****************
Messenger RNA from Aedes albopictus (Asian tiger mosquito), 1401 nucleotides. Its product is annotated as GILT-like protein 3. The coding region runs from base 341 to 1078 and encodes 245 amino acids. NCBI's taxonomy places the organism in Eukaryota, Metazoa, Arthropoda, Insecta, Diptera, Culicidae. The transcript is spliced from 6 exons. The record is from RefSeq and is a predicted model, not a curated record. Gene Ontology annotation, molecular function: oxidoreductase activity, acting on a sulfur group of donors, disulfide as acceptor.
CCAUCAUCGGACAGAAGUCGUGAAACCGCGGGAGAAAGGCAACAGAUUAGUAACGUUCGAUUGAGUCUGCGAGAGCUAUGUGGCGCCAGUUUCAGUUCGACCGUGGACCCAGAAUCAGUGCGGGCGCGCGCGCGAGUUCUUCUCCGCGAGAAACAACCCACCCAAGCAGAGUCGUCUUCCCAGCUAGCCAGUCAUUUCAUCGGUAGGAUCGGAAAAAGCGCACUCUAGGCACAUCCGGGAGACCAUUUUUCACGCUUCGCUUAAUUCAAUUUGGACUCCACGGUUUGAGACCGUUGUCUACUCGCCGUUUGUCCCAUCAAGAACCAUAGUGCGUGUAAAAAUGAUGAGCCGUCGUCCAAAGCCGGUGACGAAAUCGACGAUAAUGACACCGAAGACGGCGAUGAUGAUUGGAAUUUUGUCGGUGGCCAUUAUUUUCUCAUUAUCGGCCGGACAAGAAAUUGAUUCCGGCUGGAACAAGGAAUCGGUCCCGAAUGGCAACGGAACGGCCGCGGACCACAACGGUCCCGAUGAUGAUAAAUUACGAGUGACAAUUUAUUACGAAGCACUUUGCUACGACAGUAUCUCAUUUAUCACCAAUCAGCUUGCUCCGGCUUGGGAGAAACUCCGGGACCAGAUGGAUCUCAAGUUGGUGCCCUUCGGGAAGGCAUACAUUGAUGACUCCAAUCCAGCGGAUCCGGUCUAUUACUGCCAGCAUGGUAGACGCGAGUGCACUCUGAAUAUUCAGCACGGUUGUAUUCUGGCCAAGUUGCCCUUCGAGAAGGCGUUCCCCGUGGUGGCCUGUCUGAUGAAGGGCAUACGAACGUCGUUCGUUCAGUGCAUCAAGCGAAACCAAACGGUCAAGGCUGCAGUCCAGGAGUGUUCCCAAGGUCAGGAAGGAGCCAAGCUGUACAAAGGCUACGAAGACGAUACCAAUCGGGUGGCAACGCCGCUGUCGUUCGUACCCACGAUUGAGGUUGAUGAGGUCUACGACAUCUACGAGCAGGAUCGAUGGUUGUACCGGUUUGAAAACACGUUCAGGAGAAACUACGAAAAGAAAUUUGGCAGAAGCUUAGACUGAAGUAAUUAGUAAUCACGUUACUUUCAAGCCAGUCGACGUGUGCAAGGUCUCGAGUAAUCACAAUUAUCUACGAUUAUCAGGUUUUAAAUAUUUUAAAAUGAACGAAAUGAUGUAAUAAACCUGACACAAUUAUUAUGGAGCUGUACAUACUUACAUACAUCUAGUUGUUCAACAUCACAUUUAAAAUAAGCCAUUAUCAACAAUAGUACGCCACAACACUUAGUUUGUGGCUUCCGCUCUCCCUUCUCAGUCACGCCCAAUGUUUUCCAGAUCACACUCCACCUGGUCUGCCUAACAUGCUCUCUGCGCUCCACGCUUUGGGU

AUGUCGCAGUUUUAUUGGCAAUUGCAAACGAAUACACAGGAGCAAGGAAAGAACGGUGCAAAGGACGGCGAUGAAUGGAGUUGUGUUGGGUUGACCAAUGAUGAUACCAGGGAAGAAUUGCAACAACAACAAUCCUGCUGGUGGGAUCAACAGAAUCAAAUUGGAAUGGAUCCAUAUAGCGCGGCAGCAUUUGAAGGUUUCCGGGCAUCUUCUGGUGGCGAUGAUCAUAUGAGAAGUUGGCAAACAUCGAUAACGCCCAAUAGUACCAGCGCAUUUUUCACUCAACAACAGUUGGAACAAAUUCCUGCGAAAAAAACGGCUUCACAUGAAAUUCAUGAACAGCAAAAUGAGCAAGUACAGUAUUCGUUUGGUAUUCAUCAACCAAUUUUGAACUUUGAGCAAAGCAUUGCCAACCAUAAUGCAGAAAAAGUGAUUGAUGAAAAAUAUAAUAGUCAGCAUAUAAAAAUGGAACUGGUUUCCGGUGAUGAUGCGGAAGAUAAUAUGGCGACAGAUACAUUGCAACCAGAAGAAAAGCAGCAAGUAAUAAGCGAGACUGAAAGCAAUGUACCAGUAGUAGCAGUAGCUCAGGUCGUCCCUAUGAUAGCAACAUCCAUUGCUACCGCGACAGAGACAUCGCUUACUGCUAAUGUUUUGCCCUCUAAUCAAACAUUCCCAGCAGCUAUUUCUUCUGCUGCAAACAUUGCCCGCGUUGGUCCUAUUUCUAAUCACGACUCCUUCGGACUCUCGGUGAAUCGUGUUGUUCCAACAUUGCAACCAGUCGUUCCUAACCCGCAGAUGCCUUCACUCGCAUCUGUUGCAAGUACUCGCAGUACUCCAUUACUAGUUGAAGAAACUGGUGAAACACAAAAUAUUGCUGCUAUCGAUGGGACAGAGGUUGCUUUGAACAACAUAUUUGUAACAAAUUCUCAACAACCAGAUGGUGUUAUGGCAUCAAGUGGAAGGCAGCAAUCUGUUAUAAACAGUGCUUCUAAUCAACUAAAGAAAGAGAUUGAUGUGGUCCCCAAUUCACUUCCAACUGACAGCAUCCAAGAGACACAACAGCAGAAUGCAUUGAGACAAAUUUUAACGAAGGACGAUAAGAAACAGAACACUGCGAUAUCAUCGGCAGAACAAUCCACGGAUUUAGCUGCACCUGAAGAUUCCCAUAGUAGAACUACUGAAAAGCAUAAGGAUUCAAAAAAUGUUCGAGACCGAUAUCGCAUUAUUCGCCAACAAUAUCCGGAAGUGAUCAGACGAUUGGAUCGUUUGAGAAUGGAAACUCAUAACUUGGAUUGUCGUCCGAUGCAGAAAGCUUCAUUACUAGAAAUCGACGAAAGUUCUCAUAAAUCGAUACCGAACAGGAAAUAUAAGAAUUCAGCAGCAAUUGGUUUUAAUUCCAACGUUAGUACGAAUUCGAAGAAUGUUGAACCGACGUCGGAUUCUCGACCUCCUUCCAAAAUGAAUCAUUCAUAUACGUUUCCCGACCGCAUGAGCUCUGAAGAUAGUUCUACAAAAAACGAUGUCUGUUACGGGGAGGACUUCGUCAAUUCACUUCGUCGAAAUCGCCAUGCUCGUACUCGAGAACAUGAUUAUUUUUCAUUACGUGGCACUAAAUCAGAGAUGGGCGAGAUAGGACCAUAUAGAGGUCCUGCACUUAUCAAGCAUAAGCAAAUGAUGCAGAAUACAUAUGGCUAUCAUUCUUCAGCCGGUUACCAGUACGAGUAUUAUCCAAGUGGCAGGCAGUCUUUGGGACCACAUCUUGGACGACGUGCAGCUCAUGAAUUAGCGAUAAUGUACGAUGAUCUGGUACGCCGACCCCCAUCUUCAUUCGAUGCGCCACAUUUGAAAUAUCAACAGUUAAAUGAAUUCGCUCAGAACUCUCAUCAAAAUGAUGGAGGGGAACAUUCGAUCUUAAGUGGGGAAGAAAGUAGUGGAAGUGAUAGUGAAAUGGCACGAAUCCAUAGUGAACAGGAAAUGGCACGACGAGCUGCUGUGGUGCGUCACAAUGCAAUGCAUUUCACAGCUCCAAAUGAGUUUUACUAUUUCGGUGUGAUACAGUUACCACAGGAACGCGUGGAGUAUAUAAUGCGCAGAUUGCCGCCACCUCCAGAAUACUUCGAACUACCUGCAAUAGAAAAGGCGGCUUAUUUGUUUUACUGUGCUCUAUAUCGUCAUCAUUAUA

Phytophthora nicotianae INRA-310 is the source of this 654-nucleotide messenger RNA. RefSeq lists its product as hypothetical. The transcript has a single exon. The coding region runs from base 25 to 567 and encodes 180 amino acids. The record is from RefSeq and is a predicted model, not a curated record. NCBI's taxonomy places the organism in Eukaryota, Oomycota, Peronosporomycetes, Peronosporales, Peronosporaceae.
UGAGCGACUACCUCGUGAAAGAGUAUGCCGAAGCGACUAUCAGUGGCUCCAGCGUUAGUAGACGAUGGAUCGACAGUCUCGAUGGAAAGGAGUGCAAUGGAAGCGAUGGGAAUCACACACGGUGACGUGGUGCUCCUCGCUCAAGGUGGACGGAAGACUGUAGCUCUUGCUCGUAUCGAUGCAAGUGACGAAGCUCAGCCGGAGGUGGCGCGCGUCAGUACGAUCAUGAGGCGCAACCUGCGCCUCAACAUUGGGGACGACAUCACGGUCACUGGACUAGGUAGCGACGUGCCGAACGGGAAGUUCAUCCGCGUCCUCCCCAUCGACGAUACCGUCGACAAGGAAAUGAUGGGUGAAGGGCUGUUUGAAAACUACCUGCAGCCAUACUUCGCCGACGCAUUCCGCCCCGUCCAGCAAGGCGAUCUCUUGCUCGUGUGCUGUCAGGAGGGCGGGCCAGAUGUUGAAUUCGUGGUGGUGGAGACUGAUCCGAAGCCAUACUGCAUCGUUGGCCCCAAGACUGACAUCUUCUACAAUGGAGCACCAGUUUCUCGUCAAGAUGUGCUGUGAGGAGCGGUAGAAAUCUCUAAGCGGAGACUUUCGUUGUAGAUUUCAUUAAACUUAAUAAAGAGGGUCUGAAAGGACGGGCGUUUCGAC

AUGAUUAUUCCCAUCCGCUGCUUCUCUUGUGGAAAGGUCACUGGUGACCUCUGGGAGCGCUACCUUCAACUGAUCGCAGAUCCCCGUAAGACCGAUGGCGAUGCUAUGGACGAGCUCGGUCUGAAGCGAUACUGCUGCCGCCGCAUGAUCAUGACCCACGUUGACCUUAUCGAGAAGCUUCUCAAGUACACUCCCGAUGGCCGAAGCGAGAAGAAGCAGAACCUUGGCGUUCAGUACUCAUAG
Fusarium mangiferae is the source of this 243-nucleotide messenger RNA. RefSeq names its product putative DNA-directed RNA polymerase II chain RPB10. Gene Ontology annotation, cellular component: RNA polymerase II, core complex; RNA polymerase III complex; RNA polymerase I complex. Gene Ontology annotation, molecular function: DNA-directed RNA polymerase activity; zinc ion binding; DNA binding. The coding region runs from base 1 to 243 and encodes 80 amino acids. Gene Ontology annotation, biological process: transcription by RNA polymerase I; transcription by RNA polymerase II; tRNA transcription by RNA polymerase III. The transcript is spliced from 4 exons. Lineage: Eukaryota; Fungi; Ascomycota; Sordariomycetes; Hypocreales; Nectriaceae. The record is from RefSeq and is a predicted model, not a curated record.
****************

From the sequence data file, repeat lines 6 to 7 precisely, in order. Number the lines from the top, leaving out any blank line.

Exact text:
AUGAUUAUUCCCAUCCGCUGCUUCUCUUGUGGAAAGGUCACUGGUGACCUCUGGGAGCGCUACCUUCAACUGAUCGCAGAUCCCCGUAAGACCGAUGGCGAUGCUAUGGACGAGCUCGGUCUGAAGCGAUACUGCUGCCGCCGCAUGAUCAUGACCCACGUUGACCUUAUCGAGAAGCUUCUCAAGUACACUCCCGAUGGCCGAAGCGAGAAGAAGCAGAACCUUGGCGUUCAGUACUCAUAG
Fusarium mangiferae is the source of this 243-nucleotide messenger RNA. RefSeq names its product putative DNA-directed RNA polymerase II chain RPB10. Gene Ontology annotation, cellular component: RNA polymerase II, core complex; RNA polymerase III complex; RNA polymerase I complex. Gene Ontology annotation, molecular function: DNA-directed RNA polymerase activity; zinc ion binding; DNA binding. The coding region runs from base 1 to 243 and encodes 80 amino acids. Gene Ontology annotation, biological process: transcription by RNA polymerase I; transcription by RNA polymerase II; tRNA transcription by RNA polymerase III. The transcript is spliced from 4 exons. Lineage: Eukaryota; Fungi; Ascomycota; Sordariomycetes; Hypocreales; Nectriaceae. The record is from RefSeq and is a predicted model, not a curated record.